Chapter 10

# Chapter 10 - Solids Liquids and Phase Transitions The differences between solids liquids and gases is significant but for many(but not all

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Solids, Liquids and Phase Transitions The differences between solids, liquids and gases is significant, but for many (but not all) properties: Solids ≈ Liquids, but very different from gases The differences in bulk properties for different states of matter is fundamentally a reflection of how far apart the molecules are which is a consequence of the nature and magnitude of the intermolecular forces. The qualitative nature of these forces is always the same, however, irrespective of the phase: long range attractive

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Molar Volume Molar volume of a gas is always ≈ 24,000cm 3 mol -1 (Avogadro’s hypothesis) For liquids and solids the molar volume is typically 10-100cm 3 . When a solid melts it typically changes volume by only 2-10%, which is very small compared to the change on going from liquid or solid to gas. The structure of liquids, solids and gases and the average distance between molecules reflects these differences: Solid (3-5 x 10 -10 m) Liquid (3-5 x 10 -10 m) Gas (30 x 10 -10 m)
Compressibility Not surprisingly gases are far easier to compress than either solids or liquids. The compressibility of a gas is 2 atm -1 while for solids and liquids it is 10 -5 -10 -6 atm -1 . This is a reflection of the much greater distance between molecules in the gas phase, which influences the nature of the forces between molecules. Gases Solids-Liquids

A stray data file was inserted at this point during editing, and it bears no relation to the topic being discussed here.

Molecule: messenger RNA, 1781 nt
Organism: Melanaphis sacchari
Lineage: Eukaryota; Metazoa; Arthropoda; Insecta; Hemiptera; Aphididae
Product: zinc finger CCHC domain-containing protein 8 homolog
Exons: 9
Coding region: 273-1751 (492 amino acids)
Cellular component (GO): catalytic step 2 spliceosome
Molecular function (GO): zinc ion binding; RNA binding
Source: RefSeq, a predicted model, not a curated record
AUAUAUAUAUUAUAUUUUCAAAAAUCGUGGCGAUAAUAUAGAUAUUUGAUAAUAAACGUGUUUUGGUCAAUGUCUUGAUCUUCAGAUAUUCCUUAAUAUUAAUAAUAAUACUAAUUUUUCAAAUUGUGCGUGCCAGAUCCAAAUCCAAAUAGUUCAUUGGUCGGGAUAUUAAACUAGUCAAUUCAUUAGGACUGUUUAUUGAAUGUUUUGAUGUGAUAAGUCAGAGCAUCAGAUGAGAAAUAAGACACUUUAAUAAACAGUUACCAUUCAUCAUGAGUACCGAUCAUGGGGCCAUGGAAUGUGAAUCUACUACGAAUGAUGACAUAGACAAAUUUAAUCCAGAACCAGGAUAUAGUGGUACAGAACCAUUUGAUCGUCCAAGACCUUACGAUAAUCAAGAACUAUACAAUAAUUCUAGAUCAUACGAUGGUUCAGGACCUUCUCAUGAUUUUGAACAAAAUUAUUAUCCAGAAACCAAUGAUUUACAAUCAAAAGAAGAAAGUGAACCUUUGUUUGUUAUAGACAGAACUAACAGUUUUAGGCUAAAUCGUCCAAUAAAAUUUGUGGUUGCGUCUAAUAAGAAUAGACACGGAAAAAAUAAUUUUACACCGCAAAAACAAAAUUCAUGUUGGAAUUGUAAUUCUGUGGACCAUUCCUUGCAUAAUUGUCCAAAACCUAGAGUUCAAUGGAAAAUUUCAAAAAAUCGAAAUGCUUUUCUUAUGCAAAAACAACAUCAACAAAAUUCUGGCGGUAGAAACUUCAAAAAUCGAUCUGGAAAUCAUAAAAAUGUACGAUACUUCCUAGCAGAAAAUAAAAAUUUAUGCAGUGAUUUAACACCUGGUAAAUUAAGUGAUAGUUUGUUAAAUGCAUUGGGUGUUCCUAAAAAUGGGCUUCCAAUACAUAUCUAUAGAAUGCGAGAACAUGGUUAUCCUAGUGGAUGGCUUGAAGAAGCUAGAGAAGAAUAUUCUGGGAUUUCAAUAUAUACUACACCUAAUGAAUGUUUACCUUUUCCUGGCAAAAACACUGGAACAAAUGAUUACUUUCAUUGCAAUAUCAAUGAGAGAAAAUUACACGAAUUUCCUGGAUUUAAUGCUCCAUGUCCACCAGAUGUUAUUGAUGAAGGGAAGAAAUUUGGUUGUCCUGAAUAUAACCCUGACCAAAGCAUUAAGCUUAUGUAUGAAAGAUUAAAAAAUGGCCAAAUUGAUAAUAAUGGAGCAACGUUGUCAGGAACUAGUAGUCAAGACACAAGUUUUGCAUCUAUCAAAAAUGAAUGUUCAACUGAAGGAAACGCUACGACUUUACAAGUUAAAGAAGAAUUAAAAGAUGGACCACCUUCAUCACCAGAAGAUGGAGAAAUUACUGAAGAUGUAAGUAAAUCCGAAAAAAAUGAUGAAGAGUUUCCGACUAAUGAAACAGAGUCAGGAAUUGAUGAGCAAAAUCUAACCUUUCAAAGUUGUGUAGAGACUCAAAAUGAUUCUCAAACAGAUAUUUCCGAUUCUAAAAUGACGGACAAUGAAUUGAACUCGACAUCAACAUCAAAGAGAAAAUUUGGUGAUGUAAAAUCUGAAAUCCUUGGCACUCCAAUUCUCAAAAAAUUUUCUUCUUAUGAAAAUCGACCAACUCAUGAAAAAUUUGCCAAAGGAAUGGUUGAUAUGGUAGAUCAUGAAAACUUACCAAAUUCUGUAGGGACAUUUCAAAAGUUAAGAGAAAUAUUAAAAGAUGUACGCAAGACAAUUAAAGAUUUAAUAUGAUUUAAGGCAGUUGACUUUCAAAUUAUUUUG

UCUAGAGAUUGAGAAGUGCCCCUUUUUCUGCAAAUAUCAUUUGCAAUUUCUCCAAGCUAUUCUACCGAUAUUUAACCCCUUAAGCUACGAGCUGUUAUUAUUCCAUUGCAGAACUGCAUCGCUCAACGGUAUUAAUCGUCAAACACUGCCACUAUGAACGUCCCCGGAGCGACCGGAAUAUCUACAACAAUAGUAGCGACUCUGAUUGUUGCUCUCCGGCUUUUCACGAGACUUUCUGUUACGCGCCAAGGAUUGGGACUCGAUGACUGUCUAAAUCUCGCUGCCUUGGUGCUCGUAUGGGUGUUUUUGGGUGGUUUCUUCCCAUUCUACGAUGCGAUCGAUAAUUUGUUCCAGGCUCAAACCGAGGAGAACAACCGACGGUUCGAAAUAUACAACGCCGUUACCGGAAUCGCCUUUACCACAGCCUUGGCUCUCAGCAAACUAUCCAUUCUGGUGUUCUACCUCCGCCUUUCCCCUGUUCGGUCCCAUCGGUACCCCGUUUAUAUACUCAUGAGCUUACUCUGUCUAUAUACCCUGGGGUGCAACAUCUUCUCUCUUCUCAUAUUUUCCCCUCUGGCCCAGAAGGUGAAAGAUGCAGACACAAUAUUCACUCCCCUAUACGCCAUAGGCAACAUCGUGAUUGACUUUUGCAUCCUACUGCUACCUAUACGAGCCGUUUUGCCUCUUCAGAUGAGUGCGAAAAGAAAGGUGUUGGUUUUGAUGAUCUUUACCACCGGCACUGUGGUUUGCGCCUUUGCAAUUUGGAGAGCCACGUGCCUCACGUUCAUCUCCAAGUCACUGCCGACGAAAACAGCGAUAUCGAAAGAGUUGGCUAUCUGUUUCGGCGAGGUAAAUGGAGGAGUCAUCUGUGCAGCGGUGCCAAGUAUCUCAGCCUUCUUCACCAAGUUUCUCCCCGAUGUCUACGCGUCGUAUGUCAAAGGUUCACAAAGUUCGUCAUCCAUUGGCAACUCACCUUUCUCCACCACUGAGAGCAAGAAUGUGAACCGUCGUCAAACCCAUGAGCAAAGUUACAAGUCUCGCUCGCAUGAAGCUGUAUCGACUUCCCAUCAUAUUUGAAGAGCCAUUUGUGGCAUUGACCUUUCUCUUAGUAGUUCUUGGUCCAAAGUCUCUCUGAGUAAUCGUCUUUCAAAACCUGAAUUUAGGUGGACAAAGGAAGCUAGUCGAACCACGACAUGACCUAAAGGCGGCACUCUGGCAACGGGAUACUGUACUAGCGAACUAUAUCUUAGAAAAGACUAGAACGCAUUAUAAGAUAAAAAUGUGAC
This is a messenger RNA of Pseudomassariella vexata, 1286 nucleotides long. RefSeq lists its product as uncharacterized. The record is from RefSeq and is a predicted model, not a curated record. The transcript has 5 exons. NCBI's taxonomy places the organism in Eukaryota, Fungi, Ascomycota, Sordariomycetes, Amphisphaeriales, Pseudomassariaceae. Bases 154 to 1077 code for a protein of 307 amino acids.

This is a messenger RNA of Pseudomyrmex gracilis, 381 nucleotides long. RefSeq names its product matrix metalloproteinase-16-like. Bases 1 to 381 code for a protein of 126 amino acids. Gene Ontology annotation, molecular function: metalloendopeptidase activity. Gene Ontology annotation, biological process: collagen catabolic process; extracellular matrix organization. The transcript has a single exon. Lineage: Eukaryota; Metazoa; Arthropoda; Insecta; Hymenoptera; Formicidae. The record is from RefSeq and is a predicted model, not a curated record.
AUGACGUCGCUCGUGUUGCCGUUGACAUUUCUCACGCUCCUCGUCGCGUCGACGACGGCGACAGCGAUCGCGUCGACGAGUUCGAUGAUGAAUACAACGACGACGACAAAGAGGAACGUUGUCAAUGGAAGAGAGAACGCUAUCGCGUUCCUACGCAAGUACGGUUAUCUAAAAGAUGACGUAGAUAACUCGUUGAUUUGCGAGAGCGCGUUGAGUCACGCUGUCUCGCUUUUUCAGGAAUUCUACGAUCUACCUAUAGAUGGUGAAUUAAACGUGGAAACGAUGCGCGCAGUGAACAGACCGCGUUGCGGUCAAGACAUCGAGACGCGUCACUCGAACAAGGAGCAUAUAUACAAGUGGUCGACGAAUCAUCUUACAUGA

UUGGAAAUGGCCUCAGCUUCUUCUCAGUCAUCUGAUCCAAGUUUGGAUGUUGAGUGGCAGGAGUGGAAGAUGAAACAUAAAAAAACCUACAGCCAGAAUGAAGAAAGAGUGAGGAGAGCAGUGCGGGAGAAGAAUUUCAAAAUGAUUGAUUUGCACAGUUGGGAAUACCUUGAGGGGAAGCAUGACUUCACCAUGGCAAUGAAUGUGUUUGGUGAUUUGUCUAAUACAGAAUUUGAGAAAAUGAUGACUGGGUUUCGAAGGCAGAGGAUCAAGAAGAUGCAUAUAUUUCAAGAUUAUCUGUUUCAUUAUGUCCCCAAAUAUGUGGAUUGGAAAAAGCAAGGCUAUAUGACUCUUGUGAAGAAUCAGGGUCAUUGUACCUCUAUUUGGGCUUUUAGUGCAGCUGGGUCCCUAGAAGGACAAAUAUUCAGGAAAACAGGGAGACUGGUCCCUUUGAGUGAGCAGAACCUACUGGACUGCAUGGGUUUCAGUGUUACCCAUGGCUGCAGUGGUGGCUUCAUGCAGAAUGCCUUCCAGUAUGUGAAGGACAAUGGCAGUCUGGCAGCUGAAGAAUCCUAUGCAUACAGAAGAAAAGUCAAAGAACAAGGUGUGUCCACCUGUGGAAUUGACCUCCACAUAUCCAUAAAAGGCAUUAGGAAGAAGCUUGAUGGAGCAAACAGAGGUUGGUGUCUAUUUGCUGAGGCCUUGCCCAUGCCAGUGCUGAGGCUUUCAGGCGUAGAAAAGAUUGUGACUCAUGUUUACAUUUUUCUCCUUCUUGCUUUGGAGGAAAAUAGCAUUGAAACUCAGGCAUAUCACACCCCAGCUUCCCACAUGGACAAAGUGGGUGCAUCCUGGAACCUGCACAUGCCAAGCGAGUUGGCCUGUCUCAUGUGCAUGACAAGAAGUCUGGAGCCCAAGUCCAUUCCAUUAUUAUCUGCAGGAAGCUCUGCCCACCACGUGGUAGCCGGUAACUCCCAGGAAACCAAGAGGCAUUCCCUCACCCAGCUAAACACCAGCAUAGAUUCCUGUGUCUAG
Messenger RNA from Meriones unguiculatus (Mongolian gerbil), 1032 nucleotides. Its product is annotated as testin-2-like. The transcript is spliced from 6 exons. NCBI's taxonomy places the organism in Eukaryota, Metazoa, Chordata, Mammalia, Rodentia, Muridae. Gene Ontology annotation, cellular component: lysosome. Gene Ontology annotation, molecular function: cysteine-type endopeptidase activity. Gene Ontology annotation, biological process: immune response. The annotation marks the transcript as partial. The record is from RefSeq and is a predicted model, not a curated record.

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Thermal Expansion If we heat a gas at constant pressure its volume increases rapidly, but the changes in solids and liquids are almost imperceptible. (e.g. when a gas has its temperature increased by 1 ° C the volume increases by 0.4%, while for solids and liquids it is on the order of 0.02%) As we increase the temperature we give the molecules more energy so they tend to be further apart from one another. The difference between liquids, solids and gases is that in liquids and solids strong attractive forces must be overcome for the atoms to move further apart, while for gases the fact that the atoms are far apart from one another means that the attractive forces are much weaker and therefore increases in temperature produce comparatively large changes in volume. Gases Solids-Liquids
Diffusion The diffusion constant measures the rate of diffusive mixing (D). For this property: D(gas) > D(liquid) > D(solid) and liquids can be thought of as having properties that are truly intermediate between solids and gases

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Diffusion of Solids vs. Liquids Atoms in a solid vibrate about fixed positions due to strong intermolecular forces Atoms in liquids are in well-defined local structures which persist for only short periods Solid Liquid A melting crystal
Surface Tension Surface tension arises because the forces on atoms/molecules at the surface are not isotropic. Consequently, atoms at the surface exhibit a higher “free

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## This note was uploaded on 01/20/2012 for the course CHEM 030.101 taught by Professor Draper during the Fall '08 term at Johns Hopkins.

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Chapter 10 - Solids Liquids and Phase Transitions The differences between solids liquids and gases is significant but for many(but not all

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